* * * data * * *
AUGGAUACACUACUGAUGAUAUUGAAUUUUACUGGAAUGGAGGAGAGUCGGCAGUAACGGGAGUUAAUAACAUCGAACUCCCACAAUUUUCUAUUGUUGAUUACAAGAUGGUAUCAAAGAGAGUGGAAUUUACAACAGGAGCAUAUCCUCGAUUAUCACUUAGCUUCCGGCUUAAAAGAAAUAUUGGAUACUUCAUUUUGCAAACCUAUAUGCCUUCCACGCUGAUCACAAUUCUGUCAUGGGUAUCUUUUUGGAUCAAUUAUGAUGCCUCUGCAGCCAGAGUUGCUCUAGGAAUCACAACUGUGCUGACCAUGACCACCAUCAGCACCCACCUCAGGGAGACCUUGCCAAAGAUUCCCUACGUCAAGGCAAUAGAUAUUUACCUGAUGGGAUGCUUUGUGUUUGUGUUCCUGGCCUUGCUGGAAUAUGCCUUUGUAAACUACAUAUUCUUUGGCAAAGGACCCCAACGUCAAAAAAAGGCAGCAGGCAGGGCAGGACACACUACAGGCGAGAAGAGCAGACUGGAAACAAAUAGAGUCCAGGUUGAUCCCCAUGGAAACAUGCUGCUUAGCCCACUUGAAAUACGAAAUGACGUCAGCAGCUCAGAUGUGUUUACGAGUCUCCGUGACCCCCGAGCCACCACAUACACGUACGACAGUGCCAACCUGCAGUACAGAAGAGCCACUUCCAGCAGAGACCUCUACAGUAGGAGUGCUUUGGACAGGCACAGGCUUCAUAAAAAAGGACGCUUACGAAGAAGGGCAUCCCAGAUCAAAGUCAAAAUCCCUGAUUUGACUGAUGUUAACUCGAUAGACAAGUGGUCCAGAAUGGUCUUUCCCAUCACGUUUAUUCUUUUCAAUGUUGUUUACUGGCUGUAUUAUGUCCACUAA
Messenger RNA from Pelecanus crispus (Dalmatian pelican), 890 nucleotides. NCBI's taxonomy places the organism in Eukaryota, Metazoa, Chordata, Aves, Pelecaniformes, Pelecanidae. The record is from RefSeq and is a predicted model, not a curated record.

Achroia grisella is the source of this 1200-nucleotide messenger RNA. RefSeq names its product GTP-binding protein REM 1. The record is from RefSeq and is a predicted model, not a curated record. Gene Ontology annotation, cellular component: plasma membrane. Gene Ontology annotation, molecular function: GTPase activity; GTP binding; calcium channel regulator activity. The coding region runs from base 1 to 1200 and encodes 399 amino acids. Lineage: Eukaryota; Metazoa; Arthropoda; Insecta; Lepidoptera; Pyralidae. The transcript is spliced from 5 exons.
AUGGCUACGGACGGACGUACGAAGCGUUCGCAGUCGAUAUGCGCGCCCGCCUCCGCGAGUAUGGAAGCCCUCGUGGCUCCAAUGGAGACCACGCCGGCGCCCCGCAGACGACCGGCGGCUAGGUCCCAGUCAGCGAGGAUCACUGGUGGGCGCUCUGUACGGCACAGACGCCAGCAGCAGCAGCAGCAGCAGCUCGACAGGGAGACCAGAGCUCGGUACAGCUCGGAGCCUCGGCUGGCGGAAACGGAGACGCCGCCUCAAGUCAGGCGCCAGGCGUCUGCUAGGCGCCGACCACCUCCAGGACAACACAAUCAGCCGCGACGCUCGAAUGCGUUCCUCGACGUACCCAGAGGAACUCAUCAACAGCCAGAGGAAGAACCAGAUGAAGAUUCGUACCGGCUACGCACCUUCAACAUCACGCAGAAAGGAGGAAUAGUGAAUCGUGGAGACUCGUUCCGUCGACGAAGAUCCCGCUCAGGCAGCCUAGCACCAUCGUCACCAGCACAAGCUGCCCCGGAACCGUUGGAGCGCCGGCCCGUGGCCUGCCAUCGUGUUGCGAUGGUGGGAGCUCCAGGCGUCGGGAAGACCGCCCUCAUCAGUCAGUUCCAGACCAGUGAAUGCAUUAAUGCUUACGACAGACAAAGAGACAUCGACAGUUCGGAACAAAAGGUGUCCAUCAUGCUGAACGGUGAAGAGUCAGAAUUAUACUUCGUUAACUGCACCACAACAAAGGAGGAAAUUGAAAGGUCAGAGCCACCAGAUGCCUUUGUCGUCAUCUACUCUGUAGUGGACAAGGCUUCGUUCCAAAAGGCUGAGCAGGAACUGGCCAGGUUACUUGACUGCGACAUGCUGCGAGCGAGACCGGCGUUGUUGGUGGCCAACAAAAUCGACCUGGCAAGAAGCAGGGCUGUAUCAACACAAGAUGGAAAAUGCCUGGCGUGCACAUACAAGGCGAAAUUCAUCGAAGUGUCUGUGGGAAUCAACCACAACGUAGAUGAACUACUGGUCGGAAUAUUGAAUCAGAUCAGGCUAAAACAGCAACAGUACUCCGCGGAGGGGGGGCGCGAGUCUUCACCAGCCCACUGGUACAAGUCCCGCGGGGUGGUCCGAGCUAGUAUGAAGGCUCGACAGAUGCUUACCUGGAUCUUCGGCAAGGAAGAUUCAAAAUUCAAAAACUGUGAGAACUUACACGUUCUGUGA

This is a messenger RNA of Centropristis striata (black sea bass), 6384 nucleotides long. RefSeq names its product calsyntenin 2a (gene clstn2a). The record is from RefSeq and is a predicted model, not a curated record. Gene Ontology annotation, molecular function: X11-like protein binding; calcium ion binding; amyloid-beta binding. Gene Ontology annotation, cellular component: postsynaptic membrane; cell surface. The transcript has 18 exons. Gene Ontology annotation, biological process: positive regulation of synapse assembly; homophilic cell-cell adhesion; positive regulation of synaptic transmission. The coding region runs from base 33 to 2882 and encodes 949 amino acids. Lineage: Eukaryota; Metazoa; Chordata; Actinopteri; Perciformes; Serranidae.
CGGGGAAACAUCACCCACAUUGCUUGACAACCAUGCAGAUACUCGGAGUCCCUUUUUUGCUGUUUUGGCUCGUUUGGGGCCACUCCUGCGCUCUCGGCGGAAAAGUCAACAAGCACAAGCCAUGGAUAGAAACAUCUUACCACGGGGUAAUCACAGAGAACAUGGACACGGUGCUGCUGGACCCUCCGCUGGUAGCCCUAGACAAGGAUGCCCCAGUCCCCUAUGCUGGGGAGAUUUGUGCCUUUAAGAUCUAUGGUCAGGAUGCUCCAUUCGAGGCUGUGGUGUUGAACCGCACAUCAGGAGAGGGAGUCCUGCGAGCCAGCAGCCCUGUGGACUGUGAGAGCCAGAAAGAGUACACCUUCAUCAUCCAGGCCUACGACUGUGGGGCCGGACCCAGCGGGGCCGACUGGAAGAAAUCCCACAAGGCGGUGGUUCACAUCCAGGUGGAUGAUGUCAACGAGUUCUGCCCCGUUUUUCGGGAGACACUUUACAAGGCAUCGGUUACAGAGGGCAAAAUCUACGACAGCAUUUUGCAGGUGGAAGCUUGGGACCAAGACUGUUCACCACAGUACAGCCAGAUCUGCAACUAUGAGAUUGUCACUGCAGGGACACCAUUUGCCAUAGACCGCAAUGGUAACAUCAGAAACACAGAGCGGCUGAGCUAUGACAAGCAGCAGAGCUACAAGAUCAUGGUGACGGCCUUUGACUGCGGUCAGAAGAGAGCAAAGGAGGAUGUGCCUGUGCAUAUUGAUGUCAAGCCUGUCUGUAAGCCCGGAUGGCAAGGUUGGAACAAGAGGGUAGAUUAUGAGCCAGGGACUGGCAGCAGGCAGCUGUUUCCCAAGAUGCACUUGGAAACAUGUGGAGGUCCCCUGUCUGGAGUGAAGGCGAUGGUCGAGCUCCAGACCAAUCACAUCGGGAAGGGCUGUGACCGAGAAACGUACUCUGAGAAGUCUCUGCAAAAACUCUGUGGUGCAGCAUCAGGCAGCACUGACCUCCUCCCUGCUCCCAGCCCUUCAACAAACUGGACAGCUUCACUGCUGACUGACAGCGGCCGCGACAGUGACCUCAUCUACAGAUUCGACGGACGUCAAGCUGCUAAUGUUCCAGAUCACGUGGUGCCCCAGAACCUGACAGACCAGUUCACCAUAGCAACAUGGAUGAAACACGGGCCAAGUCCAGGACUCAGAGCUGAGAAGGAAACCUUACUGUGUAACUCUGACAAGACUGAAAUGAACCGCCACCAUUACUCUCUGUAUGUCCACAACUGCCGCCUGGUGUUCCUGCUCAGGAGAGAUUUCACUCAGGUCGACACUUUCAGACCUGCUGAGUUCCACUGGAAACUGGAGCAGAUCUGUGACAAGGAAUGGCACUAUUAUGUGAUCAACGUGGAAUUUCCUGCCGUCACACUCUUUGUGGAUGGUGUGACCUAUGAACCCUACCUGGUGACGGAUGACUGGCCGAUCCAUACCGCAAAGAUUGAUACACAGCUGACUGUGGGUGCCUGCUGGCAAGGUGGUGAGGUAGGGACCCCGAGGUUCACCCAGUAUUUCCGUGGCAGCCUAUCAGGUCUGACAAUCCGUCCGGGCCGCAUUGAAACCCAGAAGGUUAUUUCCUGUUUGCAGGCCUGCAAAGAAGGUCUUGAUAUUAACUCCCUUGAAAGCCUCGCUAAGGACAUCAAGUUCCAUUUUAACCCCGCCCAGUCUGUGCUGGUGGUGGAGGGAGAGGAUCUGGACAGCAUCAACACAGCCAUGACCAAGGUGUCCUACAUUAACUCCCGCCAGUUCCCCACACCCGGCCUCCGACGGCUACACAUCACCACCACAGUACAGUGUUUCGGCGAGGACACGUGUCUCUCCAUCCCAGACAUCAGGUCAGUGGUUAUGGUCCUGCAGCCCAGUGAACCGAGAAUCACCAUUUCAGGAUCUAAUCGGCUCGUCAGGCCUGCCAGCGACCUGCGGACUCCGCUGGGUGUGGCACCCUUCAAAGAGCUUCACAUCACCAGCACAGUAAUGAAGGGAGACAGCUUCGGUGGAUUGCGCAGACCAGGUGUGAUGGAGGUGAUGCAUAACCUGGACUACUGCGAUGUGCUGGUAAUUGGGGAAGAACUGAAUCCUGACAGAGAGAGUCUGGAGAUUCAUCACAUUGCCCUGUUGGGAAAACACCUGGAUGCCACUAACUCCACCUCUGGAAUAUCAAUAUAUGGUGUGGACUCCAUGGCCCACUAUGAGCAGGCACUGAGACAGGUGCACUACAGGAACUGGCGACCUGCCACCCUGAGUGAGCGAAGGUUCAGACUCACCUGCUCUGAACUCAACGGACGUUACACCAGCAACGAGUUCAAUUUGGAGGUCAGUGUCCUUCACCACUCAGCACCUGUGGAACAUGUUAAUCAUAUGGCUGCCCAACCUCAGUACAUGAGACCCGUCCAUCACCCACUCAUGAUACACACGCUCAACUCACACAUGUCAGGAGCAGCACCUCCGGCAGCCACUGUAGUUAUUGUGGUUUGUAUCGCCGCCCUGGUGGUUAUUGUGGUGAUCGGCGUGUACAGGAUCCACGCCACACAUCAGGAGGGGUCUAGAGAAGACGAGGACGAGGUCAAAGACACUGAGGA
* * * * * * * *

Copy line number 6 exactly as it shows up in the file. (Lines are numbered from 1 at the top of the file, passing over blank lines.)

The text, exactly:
CGGGGAAACAUCACCCACAUUGCUUGACAACCAUGCAGAUACUCGGAGUCCCUUUUUUGCUGUUUUGGCUCGUUUGGGGCCACUCCUGCGCUCUCGGCGGAAAAGUCAACAAGCACAAGCCAUGGAUAGAAACAUCUUACCACGGGGUAAUCACAGAGAACAUGGACACGGUGCUGCUGGACCCUCCGCUGGUAGCCCUAGACAAGGAUGCCCCAGUCCCCUAUGCUGGGGAGAUUUGUGCCUUUAAGAUCUAUGGUCAGGAUGCUCCAUUCGAGGCUGUGGUGUUGAACCGCACAUCAGGAGAGGGAGUCCUGCGAGCCAGCAGCCCUGUGGACUGUGAGAGCCAGAAAGAGUACACCUUCAUCAUCCAGGCCUACGACUGUGGGGCCGGACCCAGCGGGGCCGACUGGAAGAAAUCCCACAAGGCGGUGGUUCACAUCCAGGUGGAUGAUGUCAACGAGUUCUGCCCCGUUUUUCGGGAGACACUUUACAAGGCAUCGGUUACAGAGGGCAAAAUCUACGACAGCAUUUUGCAGGUGGAAGCUUGGGACCAAGACUGUUCACCACAGUACAGCCAGAUCUGCAACUAUGAGAUUGUCACUGCAGGGACACCAUUUGCCAUAGACCGCAAUGGUAACAUCAGAAACACAGAGCGGCUGAGCUAUGACAAGCAGCAGAGCUACAAGAUCAUGGUGACGGCCUUUGACUGCGGUCAGAAGAGAGCAAAGGAGGAUGUGCCUGUGCAUAUUGAUGUCAAGCCUGUCUGUAAGCCCGGAUGGCAAGGUUGGAACAAGAGGGUAGAUUAUGAGCCAGGGACUGGCAGCAGGCAGCUGUUUCCCAAGAUGCACUUGGAAACAUGUGGAGGUCCCCUGUCUGGAGUGAAGGCGAUGGUCGAGCUCCAGACCAAUCACAUCGGGAAGGGCUGUGACCGAGAAACGUACUCUGAGAAGUCUCUGCAAAAACUCUGUGGUGCAGCAUCAGGCAGCACUGACCUCCUCCCUGCUCCCAGCCCUUCAACAAACUGGACAGCUUCACUGCUGACUGACAGCGGCCGCGACAGUGACCUCAUCUACAGAUUCGACGGACGUCAAGCUGCUAAUGUUCCAGAUCACGUGGUGCCCCAGAACCUGACAGACCAGUUCACCAUAGCAACAUGGAUGAAACACGGGCCAAGUCCAGGACUCAGAGCUGAGAAGGAAACCUUACUGUGUAACUCUGACAAGACUGAAAUGAACCGCCACCAUUACUCUCUGUAUGUCCACAACUGCCGCCUGGUGUUCCUGCUCAGGAGAGAUUUCACUCAGGUCGACACUUUCAGACCUGCUGAGUUCCACUGGAAACUGGAGCAGAUCUGUGACAAGGAAUGGCACUAUUAUGUGAUCAACGUGGAAUUUCCUGCCGUCACACUCUUUGUGGAUGGUGUGACCUAUGAACCCUACCUGGUGACGGAUGACUGGCCGAUCCAUACCGCAAAGAUUGAUACACAGCUGACUGUGGGUGCCUGCUGGCAAGGUGGUGAGGUAGGGACCCCGAGGUUCACCCAGUAUUUCCGUGGCAGCCUAUCAGGUCUGACAAUCCGUCCGGGCCGCAUUGAAACCCAGAAGGUUAUUUCCUGUUUGCAGGCCUGCAAAGAAGGUCUUGAUAUUAACUCCCUUGAAAGCCUCGCUAAGGACAUCAAGUUCCAUUUUAACCCCGCCCAGUCUGUGCUGGUGGUGGAGGGAGAGGAUCUGGACAGCAUCAACACAGCCAUGACCAAGGUGUCCUACAUUAACUCCCGCCAGUUCCCCACACCCGGCCUCCGACGGCUACACAUCACCACCACAGUACAGUGUUUCGGCGAGGACACGUGUCUCUCCAUCCCAGACAUCAGGUCAGUGGUUAUGGUCCUGCAGCCCAGUGAACCGAGAAUCACCAUUUCAGGAUCUAAUCGGCUCGUCAGGCCUGCCAGCGACCUGCGGACUCCGCUGGGUGUGGCACCCUUCAAAGAGCUUCACAUCACCAGCACAGUAAUGAAGGGAGACAGCUUCGGUGGAUUGCGCAGACCAGGUGUGAUGGAGGUGAUGCAUAACCUGGACUACUGCGAUGUGCUGGUAAUUGGGGAAGAACUGAAUCCUGACAGAGAGAGUCUGGAGAUUCAUCACAUUGCCCUGUUGGGAAAACACCUGGAUGCCACUAACUCCACCUCUGGAAUAUCAAUAUAUGGUGUGGACUCCAUGGCCCACUAUGAGCAGGCACUGAGACAGGUGCACUACAGGAACUGGCGACCUGCCACCCUGAGUGAGCGAAGGUUCAGACUCACCUGCUCUGAACUCAACGGACGUUACACCAGCAACGAGUUCAAUUUGGAGGUCAGUGUCCUUCACCACUCAGCACCUGUGGAACAUGUUAAUCAUAUGGCUGCCCAACCUCAGUACAUGAGACCCGUCCAUCACCCACUCAUGAUACACACGCUCAACUCACACAUGUCAGGAGCAGCACCUCCGGCAGCCACUGUAGUUAUUGUGGUUUGUAUCGCCGCCCUGGUGGUUAUUGUGGUGAUCGGCGUGUACAGGAUCCACGCCACACAUCAGGAGGGGUCUAGAGAAGACGAGGACGAGGUCAAAGACACUGAGGA